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zim trade balance Q2 2019 2

The Reserve Bank of Zimbabwe this week announced that exports for the quarter ending June dipped 8.3 percent to US$860 million while imports headed north. According to latest figures released by the central bank, the country’s trade balance widened from a deficit of US$165.9 million registered in Q1 to a deficit of US$450.7 million in the second quarter.

According to the central bank, the country’s import bill was mainly composed of diesel, unleaded petrol, crude soya bean oil, medicines, Jet A1, electricity, road tractors among others. Notably diesel and petrol imports constituted nearly 30.4 percent against a backdrop of crippling power cuts that have forced both domestic and industrial consumers to rely on alternative sources of energy.

 For a net importer like Zimbabwe, this is not a good picture.  Government has already admitted that the economy will contract by up to 6.5 percent but we are of the view that it could shrink by 8.3 percent. The economy is now in hyperinflation and signs of macroeconomic stability appear remote. In fact government is now resorting to command economy pronouncements to regulate the markets and this has yielded desired results.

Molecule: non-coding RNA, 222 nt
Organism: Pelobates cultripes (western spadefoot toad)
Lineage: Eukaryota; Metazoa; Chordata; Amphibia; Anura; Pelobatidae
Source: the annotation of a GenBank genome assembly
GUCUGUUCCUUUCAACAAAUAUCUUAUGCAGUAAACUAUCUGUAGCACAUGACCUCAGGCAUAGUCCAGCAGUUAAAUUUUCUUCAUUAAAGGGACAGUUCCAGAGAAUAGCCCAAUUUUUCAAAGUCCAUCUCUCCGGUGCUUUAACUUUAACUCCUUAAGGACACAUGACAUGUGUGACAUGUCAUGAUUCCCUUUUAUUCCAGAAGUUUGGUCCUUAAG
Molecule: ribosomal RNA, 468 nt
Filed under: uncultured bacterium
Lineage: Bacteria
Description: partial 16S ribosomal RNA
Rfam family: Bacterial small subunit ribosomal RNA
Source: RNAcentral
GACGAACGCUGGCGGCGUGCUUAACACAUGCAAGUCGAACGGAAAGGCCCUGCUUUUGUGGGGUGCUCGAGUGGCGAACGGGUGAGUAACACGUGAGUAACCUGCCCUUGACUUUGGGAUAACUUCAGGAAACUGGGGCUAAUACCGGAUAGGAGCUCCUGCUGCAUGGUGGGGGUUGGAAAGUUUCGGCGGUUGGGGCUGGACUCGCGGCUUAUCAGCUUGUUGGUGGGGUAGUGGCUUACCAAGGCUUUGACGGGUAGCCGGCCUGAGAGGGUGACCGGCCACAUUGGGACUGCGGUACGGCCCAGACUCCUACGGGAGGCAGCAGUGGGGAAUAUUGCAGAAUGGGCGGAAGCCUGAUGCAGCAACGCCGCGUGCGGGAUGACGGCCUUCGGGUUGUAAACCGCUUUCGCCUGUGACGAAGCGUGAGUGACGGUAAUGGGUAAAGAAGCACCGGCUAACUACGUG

Retailers are now using forward pricing strategy where they look at replacement costs instead of current costs to maintain their stock levels and continue to trade, for now.

Gold production has been spiralling downwards as artisanal miners ditch state-owned Fidelity Refineries and Printers for side marketers offering hard currency. The central bank reduced forex retention for gold producers to 55 percent, a measure that gave birth to a flourishing parallel market.

The country’s gold deliveries dropped by 19 percent to 2.80 tonnes during the month of September from 3.47 tonnes during the same period last year, dashing any hope of meeting the annual target of 40 tonnes. As at September gold deliveries to Fidelity stood at 20.6 tonnes and the onset of the rainy season will slow down mining activity particularly for small scale producers who use rudimentary and risky methods to extract the precious metal.

Apart from the unfavourable pricing model, crippling power cuts, inefficient mining and processing technologies, smuggling and fuel shortages have affected bullion output.

The yellow metal last year overtook tobacco as the country’s single largest foreign exchange earner contributing 38 percent of forex earnings and more than 60 percent of the mining sector’s receipts.

The manufacturing sector on the other hand is operating below 50 percent capacity, implying that Zimbabwe is now relying on imports to meet domestic consumption.

Published in econometer